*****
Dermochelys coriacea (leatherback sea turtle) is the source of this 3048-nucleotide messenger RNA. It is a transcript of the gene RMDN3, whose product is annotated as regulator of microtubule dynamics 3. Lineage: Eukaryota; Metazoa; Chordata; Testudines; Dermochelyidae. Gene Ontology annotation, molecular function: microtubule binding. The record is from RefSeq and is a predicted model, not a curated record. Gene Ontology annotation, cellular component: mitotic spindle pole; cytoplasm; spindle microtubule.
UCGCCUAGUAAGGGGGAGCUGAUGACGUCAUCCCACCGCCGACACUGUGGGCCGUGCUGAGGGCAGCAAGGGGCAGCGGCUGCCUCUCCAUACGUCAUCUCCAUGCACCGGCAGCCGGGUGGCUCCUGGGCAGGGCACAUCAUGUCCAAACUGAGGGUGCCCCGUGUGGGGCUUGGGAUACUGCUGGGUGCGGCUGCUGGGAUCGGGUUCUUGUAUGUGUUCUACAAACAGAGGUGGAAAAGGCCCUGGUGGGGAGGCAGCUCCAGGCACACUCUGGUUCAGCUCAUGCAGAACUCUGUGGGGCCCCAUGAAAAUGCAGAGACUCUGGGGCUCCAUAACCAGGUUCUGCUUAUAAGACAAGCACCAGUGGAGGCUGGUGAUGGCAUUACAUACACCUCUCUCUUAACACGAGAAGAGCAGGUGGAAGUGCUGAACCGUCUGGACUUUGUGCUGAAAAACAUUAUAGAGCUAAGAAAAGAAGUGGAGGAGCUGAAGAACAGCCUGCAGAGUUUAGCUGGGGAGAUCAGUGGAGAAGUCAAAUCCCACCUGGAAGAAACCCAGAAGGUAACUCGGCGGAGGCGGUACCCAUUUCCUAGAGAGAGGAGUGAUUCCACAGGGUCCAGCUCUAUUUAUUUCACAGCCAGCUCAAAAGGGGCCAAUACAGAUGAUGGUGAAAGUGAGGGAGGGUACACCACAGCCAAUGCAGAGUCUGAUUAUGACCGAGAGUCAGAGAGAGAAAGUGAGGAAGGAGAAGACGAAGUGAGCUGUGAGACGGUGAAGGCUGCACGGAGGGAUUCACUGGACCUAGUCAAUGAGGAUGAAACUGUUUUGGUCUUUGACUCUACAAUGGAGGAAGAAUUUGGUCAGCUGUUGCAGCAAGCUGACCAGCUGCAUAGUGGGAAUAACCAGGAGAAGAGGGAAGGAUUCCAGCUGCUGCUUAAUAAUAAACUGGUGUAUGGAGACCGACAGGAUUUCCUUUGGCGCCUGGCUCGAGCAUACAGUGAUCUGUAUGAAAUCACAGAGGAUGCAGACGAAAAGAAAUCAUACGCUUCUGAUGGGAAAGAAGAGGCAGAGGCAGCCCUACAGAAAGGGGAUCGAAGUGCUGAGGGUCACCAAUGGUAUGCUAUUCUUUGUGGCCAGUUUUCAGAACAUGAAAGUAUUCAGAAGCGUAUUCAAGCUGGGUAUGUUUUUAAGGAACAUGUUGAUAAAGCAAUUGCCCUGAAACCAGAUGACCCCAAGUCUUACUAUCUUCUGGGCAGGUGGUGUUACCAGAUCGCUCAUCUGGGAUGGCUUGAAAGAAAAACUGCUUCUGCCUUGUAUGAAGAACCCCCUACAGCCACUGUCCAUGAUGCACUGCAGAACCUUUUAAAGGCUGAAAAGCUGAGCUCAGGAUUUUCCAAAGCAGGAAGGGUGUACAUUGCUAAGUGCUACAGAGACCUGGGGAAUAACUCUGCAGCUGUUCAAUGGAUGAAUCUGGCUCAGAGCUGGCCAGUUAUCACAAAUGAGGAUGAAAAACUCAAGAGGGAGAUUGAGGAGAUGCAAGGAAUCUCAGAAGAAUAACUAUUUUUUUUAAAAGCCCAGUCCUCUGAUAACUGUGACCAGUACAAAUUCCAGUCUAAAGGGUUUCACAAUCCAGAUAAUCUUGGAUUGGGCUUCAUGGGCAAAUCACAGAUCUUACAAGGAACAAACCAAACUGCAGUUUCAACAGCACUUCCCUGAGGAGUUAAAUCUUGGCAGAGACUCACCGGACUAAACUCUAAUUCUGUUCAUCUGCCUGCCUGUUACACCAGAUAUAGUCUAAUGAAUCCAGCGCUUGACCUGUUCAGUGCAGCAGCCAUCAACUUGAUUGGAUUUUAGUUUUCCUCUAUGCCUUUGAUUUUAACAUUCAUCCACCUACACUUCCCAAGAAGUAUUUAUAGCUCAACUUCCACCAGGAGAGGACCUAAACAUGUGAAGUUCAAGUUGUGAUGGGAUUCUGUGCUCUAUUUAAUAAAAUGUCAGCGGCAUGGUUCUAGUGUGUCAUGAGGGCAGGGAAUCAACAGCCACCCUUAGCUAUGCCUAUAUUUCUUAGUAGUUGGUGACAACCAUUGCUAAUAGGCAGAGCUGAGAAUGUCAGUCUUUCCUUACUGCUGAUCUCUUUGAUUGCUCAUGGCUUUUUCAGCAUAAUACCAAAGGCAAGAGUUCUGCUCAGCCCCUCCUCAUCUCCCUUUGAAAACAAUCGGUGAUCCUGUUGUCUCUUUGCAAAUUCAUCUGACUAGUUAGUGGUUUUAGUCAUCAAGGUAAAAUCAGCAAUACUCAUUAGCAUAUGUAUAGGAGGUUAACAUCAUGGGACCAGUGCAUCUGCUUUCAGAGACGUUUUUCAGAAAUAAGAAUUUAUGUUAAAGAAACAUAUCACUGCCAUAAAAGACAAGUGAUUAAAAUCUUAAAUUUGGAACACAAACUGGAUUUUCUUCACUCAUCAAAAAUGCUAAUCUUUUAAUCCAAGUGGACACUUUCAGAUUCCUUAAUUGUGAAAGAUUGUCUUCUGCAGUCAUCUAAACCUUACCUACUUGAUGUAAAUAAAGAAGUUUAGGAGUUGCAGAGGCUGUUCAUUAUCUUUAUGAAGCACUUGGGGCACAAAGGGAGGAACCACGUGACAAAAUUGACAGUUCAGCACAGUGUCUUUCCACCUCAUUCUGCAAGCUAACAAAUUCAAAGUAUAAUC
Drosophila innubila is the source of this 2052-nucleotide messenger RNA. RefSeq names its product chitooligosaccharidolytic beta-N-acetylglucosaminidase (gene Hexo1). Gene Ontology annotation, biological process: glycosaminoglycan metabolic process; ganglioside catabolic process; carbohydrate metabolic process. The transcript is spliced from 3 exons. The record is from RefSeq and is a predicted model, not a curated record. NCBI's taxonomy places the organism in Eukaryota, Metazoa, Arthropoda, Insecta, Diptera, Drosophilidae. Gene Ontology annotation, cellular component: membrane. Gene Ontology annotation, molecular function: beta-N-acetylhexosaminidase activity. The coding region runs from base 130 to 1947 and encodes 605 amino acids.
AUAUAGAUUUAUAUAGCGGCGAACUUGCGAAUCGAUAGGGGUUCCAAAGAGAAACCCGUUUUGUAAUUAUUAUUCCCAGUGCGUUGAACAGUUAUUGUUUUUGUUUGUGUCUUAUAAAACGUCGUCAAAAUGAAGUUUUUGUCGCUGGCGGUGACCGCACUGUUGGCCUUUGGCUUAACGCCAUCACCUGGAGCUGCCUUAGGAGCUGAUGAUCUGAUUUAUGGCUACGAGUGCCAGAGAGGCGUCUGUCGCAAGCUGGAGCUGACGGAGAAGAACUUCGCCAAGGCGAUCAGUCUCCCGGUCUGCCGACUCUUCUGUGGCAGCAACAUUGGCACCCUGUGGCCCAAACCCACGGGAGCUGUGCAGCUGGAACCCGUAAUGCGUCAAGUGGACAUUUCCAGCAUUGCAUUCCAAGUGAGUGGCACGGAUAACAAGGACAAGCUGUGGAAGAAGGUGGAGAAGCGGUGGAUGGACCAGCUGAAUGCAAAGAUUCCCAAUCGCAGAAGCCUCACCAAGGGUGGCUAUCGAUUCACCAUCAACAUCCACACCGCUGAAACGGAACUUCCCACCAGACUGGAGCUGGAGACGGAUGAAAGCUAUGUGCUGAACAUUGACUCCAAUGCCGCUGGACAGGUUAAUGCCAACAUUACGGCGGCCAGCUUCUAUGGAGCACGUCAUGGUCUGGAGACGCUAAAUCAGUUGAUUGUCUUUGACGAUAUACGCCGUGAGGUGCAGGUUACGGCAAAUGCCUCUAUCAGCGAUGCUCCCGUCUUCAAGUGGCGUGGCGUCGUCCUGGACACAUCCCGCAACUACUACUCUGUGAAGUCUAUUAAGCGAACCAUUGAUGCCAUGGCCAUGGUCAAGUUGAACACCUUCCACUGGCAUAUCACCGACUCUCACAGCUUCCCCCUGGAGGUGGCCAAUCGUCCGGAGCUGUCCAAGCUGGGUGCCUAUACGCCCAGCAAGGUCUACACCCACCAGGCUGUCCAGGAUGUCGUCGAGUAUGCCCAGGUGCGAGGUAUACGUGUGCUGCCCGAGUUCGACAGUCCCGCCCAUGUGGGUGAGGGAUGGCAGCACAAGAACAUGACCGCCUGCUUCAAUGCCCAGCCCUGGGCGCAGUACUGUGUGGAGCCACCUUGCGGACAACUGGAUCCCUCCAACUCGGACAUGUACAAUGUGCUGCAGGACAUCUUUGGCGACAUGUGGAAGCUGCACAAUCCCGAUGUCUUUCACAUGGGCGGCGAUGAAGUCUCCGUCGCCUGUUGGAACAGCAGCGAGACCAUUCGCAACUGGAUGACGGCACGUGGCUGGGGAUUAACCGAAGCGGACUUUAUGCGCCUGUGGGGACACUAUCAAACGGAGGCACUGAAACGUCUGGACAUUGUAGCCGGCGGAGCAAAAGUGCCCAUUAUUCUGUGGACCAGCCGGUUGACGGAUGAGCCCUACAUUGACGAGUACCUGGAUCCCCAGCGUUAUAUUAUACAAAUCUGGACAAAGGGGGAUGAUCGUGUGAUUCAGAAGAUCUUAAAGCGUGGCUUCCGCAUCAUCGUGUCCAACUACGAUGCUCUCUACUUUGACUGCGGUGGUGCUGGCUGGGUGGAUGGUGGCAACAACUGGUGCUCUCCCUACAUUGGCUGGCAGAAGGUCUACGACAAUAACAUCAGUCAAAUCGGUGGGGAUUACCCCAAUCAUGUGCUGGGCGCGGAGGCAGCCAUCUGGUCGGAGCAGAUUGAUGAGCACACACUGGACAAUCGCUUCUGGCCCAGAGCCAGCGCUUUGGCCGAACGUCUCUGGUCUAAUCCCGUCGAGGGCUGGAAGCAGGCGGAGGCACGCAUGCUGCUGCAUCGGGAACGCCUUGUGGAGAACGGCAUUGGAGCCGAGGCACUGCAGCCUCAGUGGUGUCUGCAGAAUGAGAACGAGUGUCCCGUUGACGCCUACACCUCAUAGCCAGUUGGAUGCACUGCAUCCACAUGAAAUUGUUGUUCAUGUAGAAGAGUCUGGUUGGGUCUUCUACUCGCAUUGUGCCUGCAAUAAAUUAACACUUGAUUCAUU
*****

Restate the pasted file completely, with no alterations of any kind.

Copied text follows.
Dermochelys coriacea (leatherback sea turtle) is the source of this 3048-nucleotide messenger RNA. It is a transcript of the gene RMDN3, whose product is annotated as regulator of microtubule dynamics 3. Lineage: Eukaryota; Metazoa; Chordata; Testudines; Dermochelyidae. Gene Ontology annotation, molecular function: microtubule binding. The record is from RefSeq and is a predicted model, not a curated record. Gene Ontology annotation, cellular component: mitotic spindle pole; cytoplasm; spindle microtubule.
UCGCCUAGUAAGGGGGAGCUGAUGACGUCAUCCCACCGCCGACACUGUGGGCCGUGCUGAGGGCAGCAAGGGGCAGCGGCUGCCUCUCCAUACGUCAUCUCCAUGCACCGGCAGCCGGGUGGCUCCUGGGCAGGGCACAUCAUGUCCAAACUGAGGGUGCCCCGUGUGGGGCUUGGGAUACUGCUGGGUGCGGCUGCUGGGAUCGGGUUCUUGUAUGUGUUCUACAAACAGAGGUGGAAAAGGCCCUGGUGGGGAGGCAGCUCCAGGCACACUCUGGUUCAGCUCAUGCAGAACUCUGUGGGGCCCCAUGAAAAUGCAGAGACUCUGGGGCUCCAUAACCAGGUUCUGCUUAUAAGACAAGCACCAGUGGAGGCUGGUGAUGGCAUUACAUACACCUCUCUCUUAACACGAGAAGAGCAGGUGGAAGUGCUGAACCGUCUGGACUUUGUGCUGAAAAACAUUAUAGAGCUAAGAAAAGAAGUGGAGGAGCUGAAGAACAGCCUGCAGAGUUUAGCUGGGGAGAUCAGUGGAGAAGUCAAAUCCCACCUGGAAGAAACCCAGAAGGUAACUCGGCGGAGGCGGUACCCAUUUCCUAGAGAGAGGAGUGAUUCCACAGGGUCCAGCUCUAUUUAUUUCACAGCCAGCUCAAAAGGGGCCAAUACAGAUGAUGGUGAAAGUGAGGGAGGGUACACCACAGCCAAUGCAGAGUCUGAUUAUGACCGAGAGUCAGAGAGAGAAAGUGAGGAAGGAGAAGACGAAGUGAGCUGUGAGACGGUGAAGGCUGCACGGAGGGAUUCACUGGACCUAGUCAAUGAGGAUGAAACUGUUUUGGUCUUUGACUCUACAAUGGAGGAAGAAUUUGGUCAGCUGUUGCAGCAAGCUGACCAGCUGCAUAGUGGGAAUAACCAGGAGAAGAGGGAAGGAUUCCAGCUGCUGCUUAAUAAUAAACUGGUGUAUGGAGACCGACAGGAUUUCCUUUGGCGCCUGGCUCGAGCAUACAGUGAUCUGUAUGAAAUCACAGAGGAUGCAGACGAAAAGAAAUCAUACGCUUCUGAUGGGAAAGAAGAGGCAGAGGCAGCCCUACAGAAAGGGGAUCGAAGUGCUGAGGGUCACCAAUGGUAUGCUAUUCUUUGUGGCCAGUUUUCAGAACAUGAAAGUAUUCAGAAGCGUAUUCAAGCUGGGUAUGUUUUUAAGGAACAUGUUGAUAAAGCAAUUGCCCUGAAACCAGAUGACCCCAAGUCUUACUAUCUUCUGGGCAGGUGGUGUUACCAGAUCGCUCAUCUGGGAUGGCUUGAAAGAAAAACUGCUUCUGCCUUGUAUGAAGAACCCCCUACAGCCACUGUCCAUGAUGCACUGCAGAACCUUUUAAAGGCUGAAAAGCUGAGCUCAGGAUUUUCCAAAGCAGGAAGGGUGUACAUUGCUAAGUGCUACAGAGACCUGGGGAAUAACUCUGCAGCUGUUCAAUGGAUGAAUCUGGCUCAGAGCUGGCCAGUUAUCACAAAUGAGGAUGAAAAACUCAAGAGGGAGAUUGAGGAGAUGCAAGGAAUCUCAGAAGAAUAACUAUUUUUUUUAAAAGCCCAGUCCUCUGAUAACUGUGACCAGUACAAAUUCCAGUCUAAAGGGUUUCACAAUCCAGAUAAUCUUGGAUUGGGCUUCAUGGGCAAAUCACAGAUCUUACAAGGAACAAACCAAACUGCAGUUUCAACAGCACUUCCCUGAGGAGUUAAAUCUUGGCAGAGACUCACCGGACUAAACUCUAAUUCUGUUCAUCUGCCUGCCUGUUACACCAGAUAUAGUCUAAUGAAUCCAGCGCUUGACCUGUUCAGUGCAGCAGCCAUCAACUUGAUUGGAUUUUAGUUUUCCUCUAUGCCUUUGAUUUUAACAUUCAUCCACCUACACUUCCCAAGAAGUAUUUAUAGCUCAACUUCCACCAGGAGAGGACCUAAACAUGUGAAGUUCAAGUUGUGAUGGGAUUCUGUGCUCUAUUUAAUAAAAUGUCAGCGGCAUGGUUCUAGUGUGUCAUGAGGGCAGGGAAUCAACAGCCACCCUUAGCUAUGCCUAUAUUUCUUAGUAGUUGGUGACAACCAUUGCUAAUAGGCAGAGCUGAGAAUGUCAGUCUUUCCUUACUGCUGAUCUCUUUGAUUGCUCAUGGCUUUUUCAGCAUAAUACCAAAGGCAAGAGUUCUGCUCAGCCCCUCCUCAUCUCCCUUUGAAAACAAUCGGUGAUCCUGUUGUCUCUUUGCAAAUUCAUCUGACUAGUUAGUGGUUUUAGUCAUCAAGGUAAAAUCAGCAAUACUCAUUAGCAUAUGUAUAGGAGGUUAACAUCAUGGGACCAGUGCAUCUGCUUUCAGAGACGUUUUUCAGAAAUAAGAAUUUAUGUUAAAGAAACAUAUCACUGCCAUAAAAGACAAGUGAUUAAAAUCUUAAAUUUGGAACACAAACUGGAUUUUCUUCACUCAUCAAAAAUGCUAAUCUUUUAAUCCAAGUGGACACUUUCAGAUUCCUUAAUUGUGAAAGAUUGUCUUCUGCAGUCAUCUAAACCUUACCUACUUGAUGUAAAUAAAGAAGUUUAGGAGUUGCAGAGGCUGUUCAUUAUCUUUAUGAAGCACUUGGGGCACAAAGGGAGGAACCACGUGACAAAAUUGACAGUUCAGCACAGUGUCUUUCCACCUCAUUCUGCAAGCUAACAAAUUCAAAGUAUAAUC
Drosophila innubila is the source of this 2052-nucleotide messenger RNA. RefSeq names its product chitooligosaccharidolytic beta-N-acetylglucosaminidase (gene Hexo1). Gene Ontology annotation, biological process: glycosaminoglycan metabolic process; ganglioside catabolic process; carbohydrate metabolic process. The transcript is spliced from 3 exons. The record is from RefSeq and is a predicted model, not a curated record. NCBI's taxonomy places the organism in Eukaryota, Metazoa, Arthropoda, Insecta, Diptera, Drosophilidae. Gene Ontology annotation, cellular component: membrane. Gene Ontology annotation, molecular function: beta-N-acetylhexosaminidase activity. The coding region runs from base 130 to 1947 and encodes 605 amino acids.
AUAUAGAUUUAUAUAGCGGCGAACUUGCGAAUCGAUAGGGGUUCCAAAGAGAAACCCGUUUUGUAAUUAUUAUUCCCAGUGCGUUGAACAGUUAUUGUUUUUGUUUGUGUCUUAUAAAACGUCGUCAAAAUGAAGUUUUUGUCGCUGGCGGUGACCGCACUGUUGGCCUUUGGCUUAACGCCAUCACCUGGAGCUGCCUUAGGAGCUGAUGAUCUGAUUUAUGGCUACGAGUGCCAGAGAGGCGUCUGUCGCAAGCUGGAGCUGACGGAGAAGAACUUCGCCAAGGCGAUCAGUCUCCCGGUCUGCCGACUCUUCUGUGGCAGCAACAUUGGCACCCUGUGGCCCAAACCCACGGGAGCUGUGCAGCUGGAACCCGUAAUGCGUCAAGUGGACAUUUCCAGCAUUGCAUUCCAAGUGAGUGGCACGGAUAACAAGGACAAGCUGUGGAAGAAGGUGGAGAAGCGGUGGAUGGACCAGCUGAAUGCAAAGAUUCCCAAUCGCAGAAGCCUCACCAAGGGUGGCUAUCGAUUCACCAUCAACAUCCACACCGCUGAAACGGAACUUCCCACCAGACUGGAGCUGGAGACGGAUGAAAGCUAUGUGCUGAACAUUGACUCCAAUGCCGCUGGACAGGUUAAUGCCAACAUUACGGCGGCCAGCUUCUAUGGAGCACGUCAUGGUCUGGAGACGCUAAAUCAGUUGAUUGUCUUUGACGAUAUACGCCGUGAGGUGCAGGUUACGGCAAAUGCCUCUAUCAGCGAUGCUCCCGUCUUCAAGUGGCGUGGCGUCGUCCUGGACACAUCCCGCAACUACUACUCUGUGAAGUCUAUUAAGCGAACCAUUGAUGCCAUGGCCAUGGUCAAGUUGAACACCUUCCACUGGCAUAUCACCGACUCUCACAGCUUCCCCCUGGAGGUGGCCAAUCGUCCGGAGCUGUCCAAGCUGGGUGCCUAUACGCCCAGCAAGGUCUACACCCACCAGGCUGUCCAGGAUGUCGUCGAGUAUGCCCAGGUGCGAGGUAUACGUGUGCUGCCCGAGUUCGACAGUCCCGCCCAUGUGGGUGAGGGAUGGCAGCACAAGAACAUGACCGCCUGCUUCAAUGCCCAGCCCUGGGCGCAGUACUGUGUGGAGCCACCUUGCGGACAACUGGAUCCCUCCAACUCGGACAUGUACAAUGUGCUGCAGGACAUCUUUGGCGACAUGUGGAAGCUGCACAAUCCCGAUGUCUUUCACAUGGGCGGCGAUGAAGUCUCCGUCGCCUGUUGGAACAGCAGCGAGACCAUUCGCAACUGGAUGACGGCACGUGGCUGGGGAUUAACCGAAGCGGACUUUAUGCGCCUGUGGGGACACUAUCAAACGGAGGCACUGAAACGUCUGGACAUUGUAGCCGGCGGAGCAAAAGUGCCCAUUAUUCUGUGGACCAGCCGGUUGACGGAUGAGCCCUACAUUGACGAGUACCUGGAUCCCCAGCGUUAUAUUAUACAAAUCUGGACAAAGGGGGAUGAUCGUGUGAUUCAGAAGAUCUUAAAGCGUGGCUUCCGCAUCAUCGUGUCCAACUACGAUGCUCUCUACUUUGACUGCGGUGGUGCUGGCUGGGUGGAUGGUGGCAACAACUGGUGCUCUCCCUACAUUGGCUGGCAGAAGGUCUACGACAAUAACAUCAGUCAAAUCGGUGGGGAUUACCCCAAUCAUGUGCUGGGCGCGGAGGCAGCCAUCUGGUCGGAGCAGAUUGAUGAGCACACACUGGACAAUCGCUUCUGGCCCAGAGCCAGCGCUUUGGCCGAACGUCUCUGGUCUAAUCCCGUCGAGGGCUGGAAGCAGGCGGAGGCACGCAUGCUGCUGCAUCGGGAACGCCUUGUGGAGAACGGCAUUGGAGCCGAGGCACUGCAGCCUCAGUGGUGUCUGCAGAAUGAGAACGAGUGUCCCGUUGACGCCUACACCUCAUAGCCAGUUGGAUGCACUGCAUCCACAUGAAAUUGUUGUUCAUGUAGAAGAGUCUGGUUGGGUCUUCUACUCGCAUUGUGCCUGCAAUAAAUUAACACUUGAUUCAUU